Almost like hiding behind an email or web post is easier for a “critic”?
Exactly, but I think it’s always been easier to be a critic than to be somebody who makes art. And now with the internet that has been placed in not just in the hands of professional critics, but in the average person that has a lot of insecurities that they have to project onto other people. and then that causes the artist to become insecure and petty as well. I think that’s a lot of what “Judas” is about, it’s not just about them being petty, it’s me being petty for reacting the way I do.
This record has a wide range of guest vocals of singers from different genres; however what they do have in common is that they have been around for a long time, such as your band. Was this an intentional collaboration of showing how a band’s sound grows over time?
Yeah, I mean I think there’s a good amount of people like that, but then there’s people like Jon Simmons from Balance and Composure where they’ve only put out two records, and even though Jeremy from Touche Amore is about my age and been in a bunch of bands, I think Touche has only put out about two or three records themselves. I think it’s kind of a mix of those things. If there was any intention besides just wanting to pick people who I thought were great artists, which I think was really how I judged it, but there was like a small part of me that was like, it would be awesome to have Tom DeLonge who’s like this dude who’s been in a band for like thirty years… or twenty – at least twenty and establish this long term career up against people like the guys from Los Campasidos, who are kind of like the past ten years phenomenon, or the past five to ten years and show how they’re both equally relevant and both equally talented. So I guess that would be the reason why it wasn’t all people I grew up playing music with or people that are new – or newcomers so to speak. I think that I sort of mixed it up. If there was any reason behind it would just be to show that you don’t have to be the next big thing or an established band to be equally relevant.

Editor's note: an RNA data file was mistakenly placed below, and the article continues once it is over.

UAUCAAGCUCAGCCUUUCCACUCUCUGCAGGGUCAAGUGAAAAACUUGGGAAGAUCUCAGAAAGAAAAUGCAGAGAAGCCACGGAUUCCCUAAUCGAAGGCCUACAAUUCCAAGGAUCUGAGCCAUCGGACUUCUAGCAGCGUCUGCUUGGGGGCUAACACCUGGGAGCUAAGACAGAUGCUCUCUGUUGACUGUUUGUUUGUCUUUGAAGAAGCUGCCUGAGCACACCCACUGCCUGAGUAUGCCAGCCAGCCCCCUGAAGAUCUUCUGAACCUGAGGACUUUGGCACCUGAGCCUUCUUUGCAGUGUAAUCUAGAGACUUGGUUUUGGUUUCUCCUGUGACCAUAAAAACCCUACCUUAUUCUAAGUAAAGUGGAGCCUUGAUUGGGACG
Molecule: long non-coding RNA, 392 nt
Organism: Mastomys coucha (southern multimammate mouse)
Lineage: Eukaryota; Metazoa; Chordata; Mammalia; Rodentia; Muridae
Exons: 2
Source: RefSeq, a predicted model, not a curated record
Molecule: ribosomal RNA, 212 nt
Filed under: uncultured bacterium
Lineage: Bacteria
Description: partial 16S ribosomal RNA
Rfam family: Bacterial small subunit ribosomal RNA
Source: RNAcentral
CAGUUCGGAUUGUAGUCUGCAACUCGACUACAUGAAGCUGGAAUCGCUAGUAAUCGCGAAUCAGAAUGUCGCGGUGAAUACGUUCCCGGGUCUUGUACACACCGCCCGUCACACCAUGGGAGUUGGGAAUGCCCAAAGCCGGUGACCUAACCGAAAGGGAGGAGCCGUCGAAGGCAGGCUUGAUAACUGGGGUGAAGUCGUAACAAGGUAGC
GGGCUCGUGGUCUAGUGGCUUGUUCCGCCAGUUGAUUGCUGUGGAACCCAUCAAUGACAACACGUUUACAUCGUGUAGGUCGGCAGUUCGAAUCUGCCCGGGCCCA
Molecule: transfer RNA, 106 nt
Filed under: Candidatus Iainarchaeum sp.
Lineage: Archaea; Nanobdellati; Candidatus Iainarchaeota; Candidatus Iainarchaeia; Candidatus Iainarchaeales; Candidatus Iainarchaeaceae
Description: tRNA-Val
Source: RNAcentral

You chose to not to have any guitars on this record. What made you want to incorporate such a bold and unique move?
The idea came to me because someone suggested it and I always like making bold-ish creative shifts on each record. They usually are more apparent to me than anyone else. I could go on forever about how each Say Anything record has been different from the other ones for a long time, its’ just that this one in particular I wanted to be – not only did I love the idea itself but I wanted to do something where it was impossible to ignore that we made the attempt to do something different. When I started experimenting with it, writing songs for that purpose I became completely not worried about the reception for it – which has been exactly how I thought it would be because it really didn’t shift things to the point changing the sound of the band, even. You know sonically it’s different but at the same time all of the songs have the same energy and it very much still sounds like a Say Anything record and not like a Bjork record. I think once I started actually putting the record together I wasn’t really afraid of making such a big change because it didn’t actually mess with the formula as much as it sounds like it would.